Back in the pews, a tiny lady squeezed in right next to me. Softly she said, “I’m pregnant and the father denies the baby. I have no one. I need work. Don’t you need a woman to take care of you? No? Can you please give me a job.”
“I’m sorry, my dear, I have no work to offer.”
She persisted, never asking for a handout, only a job. I whispered my idea in her ear.
“Show up at 9 hours on Monday morning at Libuyu School, and I’d pay you 50 kwacha for three hours of construction cleanup. Please keep quiet about it! I want to help out, but I just can’t give a thousand jobs.”
She arrived a half hour early, with another woman in tow. Holding my ground, I explained I could only pay 50 kwacha, total, for the two. They went right to work anyway, cleaning the project inside and out. Heavy bits of busted-up cinderblock strewn everywhere. Stacking. Sweeping. Hauling.
Three hours later they’ve cranked it up and buffed it out. I presented each woman with 50 kwacha. They exchanged excited glances. That $2.75 each goes a lot further than you might guess.
The trick to helping out in Africa isn’t to come here and extract the resources and exploit the people and then leave with a fortune. It’s to steward the resources and employ the people, but then stick around, living modestly in materials while living large in life.
Zambians have all the character to become a high-functioning, intellectual society, but with less of the “diseases of excess” that I sometimes think plague the consumerist societies.
Here’s a difficult question to ponder: Exactly how much is enough without it becoming too much? How can we create an ethos of ability and achievement without Bob Barker’s “The Price is Right” culture? “C’MON DOWN!,” just without expecting “A NEW CAR!” and “Your Own Showcase Showdown!”
The roof is taking shape. The crew completed the custom steel truss system. I had to hold a talk about welding with only sunglasses as eye protection. Austin the head welder says “my eyes get used to it,” which is a painful thing to hear. I made clear, eyes are not like muscles. They don’t get stronger with stress. We’re wearing proper welding goggles now.
There’s a young man swinging a pickax into the hard earth at the entrance to Libuyu School. He got in a fight the other day. The parents met with Headmaster Chaambwa, and together they agreed he’ll serve some hard labor during recess breaks. Where he breaks sod, there will soon be flowers.
Many Zambians are named with nouns or adjectives. There’s Trust here working in our crew, but I’ve also met Bold, Bright, and Beauty. Three ladies called Precious, all of them pretty, not one is a princess.
Out back, there’s a giant old Miombo tree. During recess, a student bolted out, reached down for a stone, and hurled it up into the highest branches. I thought maybe he lost a ball, or maybe he was harassing a critter. In fact he was just knocking down some ripe fruit. He scooped some up and dashed off before I figured all this out.
That wild fruit is a Nchenje. I picked one up off the ground. Round, it tastes like a sugar plum, about the size of a big grape, with a thicker skin and a good-sized pit inside. The more yellow the skin, the sweeter the taste. Nchenje has been keeping Sub-Saharan Africans alive since forever.
The man who taught me about the Miombo tree and the Nchenje fruit is Musa Nyirongo, Deputy Headmaster here at Libuyu School. He’s the smoothest dude among a whole staff of smooth dudes and dudettes.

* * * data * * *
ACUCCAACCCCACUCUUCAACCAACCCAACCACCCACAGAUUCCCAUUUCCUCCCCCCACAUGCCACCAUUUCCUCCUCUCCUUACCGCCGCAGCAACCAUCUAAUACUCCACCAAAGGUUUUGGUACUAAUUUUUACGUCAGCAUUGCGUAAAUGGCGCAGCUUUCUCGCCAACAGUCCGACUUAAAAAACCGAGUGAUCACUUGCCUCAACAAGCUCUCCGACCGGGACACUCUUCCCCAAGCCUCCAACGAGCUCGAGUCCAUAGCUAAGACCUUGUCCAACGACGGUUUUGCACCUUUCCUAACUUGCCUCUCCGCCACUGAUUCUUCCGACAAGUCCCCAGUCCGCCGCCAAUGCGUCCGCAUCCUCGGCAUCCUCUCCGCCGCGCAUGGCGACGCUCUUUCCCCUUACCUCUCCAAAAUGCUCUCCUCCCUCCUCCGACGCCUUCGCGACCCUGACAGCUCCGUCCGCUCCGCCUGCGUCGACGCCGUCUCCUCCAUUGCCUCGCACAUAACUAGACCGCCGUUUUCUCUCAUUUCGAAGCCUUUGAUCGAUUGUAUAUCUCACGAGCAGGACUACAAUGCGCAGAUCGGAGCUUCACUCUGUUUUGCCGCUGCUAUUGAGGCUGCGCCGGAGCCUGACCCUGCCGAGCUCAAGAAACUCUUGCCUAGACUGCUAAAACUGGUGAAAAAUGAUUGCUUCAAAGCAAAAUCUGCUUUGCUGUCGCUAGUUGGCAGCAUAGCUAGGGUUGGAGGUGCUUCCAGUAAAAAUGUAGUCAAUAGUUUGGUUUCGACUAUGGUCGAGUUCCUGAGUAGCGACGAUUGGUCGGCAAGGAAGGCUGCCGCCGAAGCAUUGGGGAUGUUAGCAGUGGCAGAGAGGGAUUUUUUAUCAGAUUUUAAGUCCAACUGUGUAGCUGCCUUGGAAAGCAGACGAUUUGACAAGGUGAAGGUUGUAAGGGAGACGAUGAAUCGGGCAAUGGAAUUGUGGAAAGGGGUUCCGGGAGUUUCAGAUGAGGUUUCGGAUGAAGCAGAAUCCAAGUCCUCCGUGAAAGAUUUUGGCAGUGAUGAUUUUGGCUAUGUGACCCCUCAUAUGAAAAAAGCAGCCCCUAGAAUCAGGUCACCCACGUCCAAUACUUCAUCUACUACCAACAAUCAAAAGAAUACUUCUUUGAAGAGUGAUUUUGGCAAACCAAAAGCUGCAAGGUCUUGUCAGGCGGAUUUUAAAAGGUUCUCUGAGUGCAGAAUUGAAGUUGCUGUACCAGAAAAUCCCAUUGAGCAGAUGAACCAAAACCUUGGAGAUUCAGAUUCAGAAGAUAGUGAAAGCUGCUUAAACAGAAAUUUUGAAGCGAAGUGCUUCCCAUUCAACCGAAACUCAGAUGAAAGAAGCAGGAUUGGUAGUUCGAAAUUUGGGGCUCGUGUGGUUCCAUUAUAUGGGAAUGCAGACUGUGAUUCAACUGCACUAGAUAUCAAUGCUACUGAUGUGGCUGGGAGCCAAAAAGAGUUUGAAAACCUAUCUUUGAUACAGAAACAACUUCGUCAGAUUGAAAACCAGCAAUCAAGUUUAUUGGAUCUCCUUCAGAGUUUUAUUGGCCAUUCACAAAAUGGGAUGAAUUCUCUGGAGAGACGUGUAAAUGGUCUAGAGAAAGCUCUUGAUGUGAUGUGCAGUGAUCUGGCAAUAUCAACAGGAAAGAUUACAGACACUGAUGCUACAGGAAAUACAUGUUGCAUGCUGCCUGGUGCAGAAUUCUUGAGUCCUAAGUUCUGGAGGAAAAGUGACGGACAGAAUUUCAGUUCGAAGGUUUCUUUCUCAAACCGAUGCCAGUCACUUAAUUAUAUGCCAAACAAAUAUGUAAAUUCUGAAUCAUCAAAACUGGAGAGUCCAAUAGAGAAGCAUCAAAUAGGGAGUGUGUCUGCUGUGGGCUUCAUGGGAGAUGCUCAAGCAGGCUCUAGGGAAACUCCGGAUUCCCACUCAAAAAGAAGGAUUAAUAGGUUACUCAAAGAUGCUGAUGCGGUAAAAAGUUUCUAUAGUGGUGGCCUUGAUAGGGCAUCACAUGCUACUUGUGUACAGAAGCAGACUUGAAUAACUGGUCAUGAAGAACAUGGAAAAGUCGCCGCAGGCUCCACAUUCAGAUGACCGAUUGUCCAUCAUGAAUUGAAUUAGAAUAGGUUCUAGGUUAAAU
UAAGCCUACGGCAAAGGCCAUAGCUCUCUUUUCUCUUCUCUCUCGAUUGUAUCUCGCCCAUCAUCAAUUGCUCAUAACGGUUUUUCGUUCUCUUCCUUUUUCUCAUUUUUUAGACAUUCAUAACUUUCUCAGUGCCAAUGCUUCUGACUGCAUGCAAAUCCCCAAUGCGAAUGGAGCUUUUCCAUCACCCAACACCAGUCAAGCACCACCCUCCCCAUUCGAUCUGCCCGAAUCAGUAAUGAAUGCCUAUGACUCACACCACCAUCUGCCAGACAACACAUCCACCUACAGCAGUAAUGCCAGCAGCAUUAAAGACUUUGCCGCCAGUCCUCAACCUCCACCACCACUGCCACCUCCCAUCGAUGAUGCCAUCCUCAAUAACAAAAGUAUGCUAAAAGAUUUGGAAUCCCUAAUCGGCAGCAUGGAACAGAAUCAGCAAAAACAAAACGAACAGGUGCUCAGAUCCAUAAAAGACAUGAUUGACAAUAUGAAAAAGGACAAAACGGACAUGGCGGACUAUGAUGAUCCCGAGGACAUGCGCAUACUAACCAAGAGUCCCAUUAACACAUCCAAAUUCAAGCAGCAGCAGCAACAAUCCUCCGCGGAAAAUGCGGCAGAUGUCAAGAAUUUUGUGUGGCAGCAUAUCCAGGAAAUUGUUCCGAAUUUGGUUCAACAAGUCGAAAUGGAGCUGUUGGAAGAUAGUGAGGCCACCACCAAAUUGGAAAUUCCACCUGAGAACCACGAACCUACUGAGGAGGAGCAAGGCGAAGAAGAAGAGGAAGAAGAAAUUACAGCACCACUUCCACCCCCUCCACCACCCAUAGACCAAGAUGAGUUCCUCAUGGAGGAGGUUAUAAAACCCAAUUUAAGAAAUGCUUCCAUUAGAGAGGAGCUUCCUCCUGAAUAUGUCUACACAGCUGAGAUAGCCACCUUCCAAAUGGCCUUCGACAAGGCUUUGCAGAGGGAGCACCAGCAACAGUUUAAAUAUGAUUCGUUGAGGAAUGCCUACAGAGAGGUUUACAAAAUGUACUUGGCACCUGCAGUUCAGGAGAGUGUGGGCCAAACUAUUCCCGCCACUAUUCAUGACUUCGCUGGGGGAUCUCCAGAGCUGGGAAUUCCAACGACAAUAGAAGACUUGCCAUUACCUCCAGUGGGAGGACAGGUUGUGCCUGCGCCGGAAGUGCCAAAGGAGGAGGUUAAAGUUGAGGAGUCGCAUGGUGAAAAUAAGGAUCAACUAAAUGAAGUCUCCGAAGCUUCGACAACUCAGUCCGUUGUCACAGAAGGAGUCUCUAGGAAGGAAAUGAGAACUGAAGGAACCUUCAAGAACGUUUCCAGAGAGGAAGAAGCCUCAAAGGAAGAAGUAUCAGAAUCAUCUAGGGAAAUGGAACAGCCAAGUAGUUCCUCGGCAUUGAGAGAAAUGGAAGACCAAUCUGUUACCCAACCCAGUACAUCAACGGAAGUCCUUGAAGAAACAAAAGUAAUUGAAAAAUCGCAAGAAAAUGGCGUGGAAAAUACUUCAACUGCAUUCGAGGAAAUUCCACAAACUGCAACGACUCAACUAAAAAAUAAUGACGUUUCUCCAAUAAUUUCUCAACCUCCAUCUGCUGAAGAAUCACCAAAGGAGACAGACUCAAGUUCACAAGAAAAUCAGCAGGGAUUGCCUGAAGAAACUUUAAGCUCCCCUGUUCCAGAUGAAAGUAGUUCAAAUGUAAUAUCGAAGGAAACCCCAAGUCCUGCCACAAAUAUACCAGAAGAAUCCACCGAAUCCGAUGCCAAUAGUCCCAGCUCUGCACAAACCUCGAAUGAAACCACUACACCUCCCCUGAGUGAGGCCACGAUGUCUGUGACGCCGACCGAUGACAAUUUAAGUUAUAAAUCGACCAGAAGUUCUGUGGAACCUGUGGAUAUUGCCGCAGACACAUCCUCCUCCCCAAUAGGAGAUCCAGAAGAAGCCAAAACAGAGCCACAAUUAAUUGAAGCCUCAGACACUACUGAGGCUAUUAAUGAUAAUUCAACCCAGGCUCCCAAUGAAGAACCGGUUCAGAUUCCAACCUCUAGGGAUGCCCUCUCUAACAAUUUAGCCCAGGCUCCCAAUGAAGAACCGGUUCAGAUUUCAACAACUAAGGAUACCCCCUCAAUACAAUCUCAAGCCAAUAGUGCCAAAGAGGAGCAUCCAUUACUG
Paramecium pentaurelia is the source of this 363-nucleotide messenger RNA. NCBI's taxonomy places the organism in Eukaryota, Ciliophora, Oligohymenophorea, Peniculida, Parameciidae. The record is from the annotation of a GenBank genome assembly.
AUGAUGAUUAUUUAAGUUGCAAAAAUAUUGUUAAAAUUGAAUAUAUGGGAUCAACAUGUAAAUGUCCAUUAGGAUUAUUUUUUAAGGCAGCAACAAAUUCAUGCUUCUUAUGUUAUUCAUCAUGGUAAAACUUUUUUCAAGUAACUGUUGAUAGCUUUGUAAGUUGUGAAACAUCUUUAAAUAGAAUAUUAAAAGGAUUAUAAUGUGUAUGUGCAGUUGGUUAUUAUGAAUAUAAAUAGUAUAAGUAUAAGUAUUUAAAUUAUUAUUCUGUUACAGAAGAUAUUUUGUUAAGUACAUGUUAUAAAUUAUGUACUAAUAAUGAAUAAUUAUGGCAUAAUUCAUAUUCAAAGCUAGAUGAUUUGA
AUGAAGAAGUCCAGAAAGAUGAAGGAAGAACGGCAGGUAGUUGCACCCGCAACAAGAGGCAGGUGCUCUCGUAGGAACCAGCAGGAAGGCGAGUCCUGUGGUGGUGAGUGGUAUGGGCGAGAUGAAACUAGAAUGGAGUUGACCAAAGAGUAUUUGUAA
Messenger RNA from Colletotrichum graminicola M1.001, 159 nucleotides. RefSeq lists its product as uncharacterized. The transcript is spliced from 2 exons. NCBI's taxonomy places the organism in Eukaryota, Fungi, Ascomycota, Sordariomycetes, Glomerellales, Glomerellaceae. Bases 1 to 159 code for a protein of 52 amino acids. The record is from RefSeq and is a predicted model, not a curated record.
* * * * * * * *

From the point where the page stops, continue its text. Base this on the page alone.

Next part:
Musa means “Moses” in Arabic. Musa Nyirongo sometimes wears a white taqiyah, or kufi cap. Less than 1% of Zambians identify as Muslim.
“Hey Musa. In the USA, unfortunately, some Muslims aren’t always comfortable. In Zambia, do you ever experience anyone who makes you feel unwelcome?”
Without hesitation, Musa cooly replies, “Never.”
The Livingstone Mosque is just a mile away. The air near there occasionally fills with the “call to prayer.” Months back, I picked up a Qu’ran from a street vendor and took up a little study for study’s sake. There are a lot of characters in common with the Bible, such as, Moses. Jesus Christ makes a few cameo appearances, too.
Not that I understand any of it.
Consider how Catholics and Protestants spent a lot of time at odds with each other, largely over cultural and theological differences.
Muslims and Christians are a bit like that, only wider. Instead of being two minor branches off the same theological branch, they are in fact just two big branches off the same Abrahamic trunk.
Anyway, Musa invited me to the midday Mosque, and I must say it was awesome. There in his elegant robe, Imam Shyuab was one of the most charismatic religious leaders I’ve met. He even introduced “the American so welcome among us,” in his booming voice.
Before entering, at a neatly tiled row of communal faucets, we ritually washed my hands, arms, face, ears, nostrils and feet, right side first where applicable.
There in the big room, barefoot, sitting neatly on a rectangular carpet, next to my man Musa, I frankly enjoyed Imam Shyuab’s sermon, what I could understand anyway. Out of the corner of my eye, I followed Musa’s moves; sitting, standing, kneeling. The stretching felt great. When they were kneeling in prayer, I almost shifted into a familiar yoga pose.
These were cool people. Almost everyone was wearing a COVID mask. Nobody asked for money. I’d definitely go again. They must’ve liked me enough, because I’ve been invited to join the Eid al Adha day, as part of this year’s Hajj.
Assalamu Alaikum! (May Peace Be Upon You!)
Over the last week in July, the crew finished securing the corrugated metal sheets on the laboratory roof. The fundamental structure is complete. We transition to plumbing and electric now, and it’s looking like the budget will allow solar. This laboratory is as real as it gets. We get ‘er done.
In the meantime, while I’ll never know what it’s like to be an African-American, I am getting a sense for what it’s like to be an American-African. It’s pretty darn good.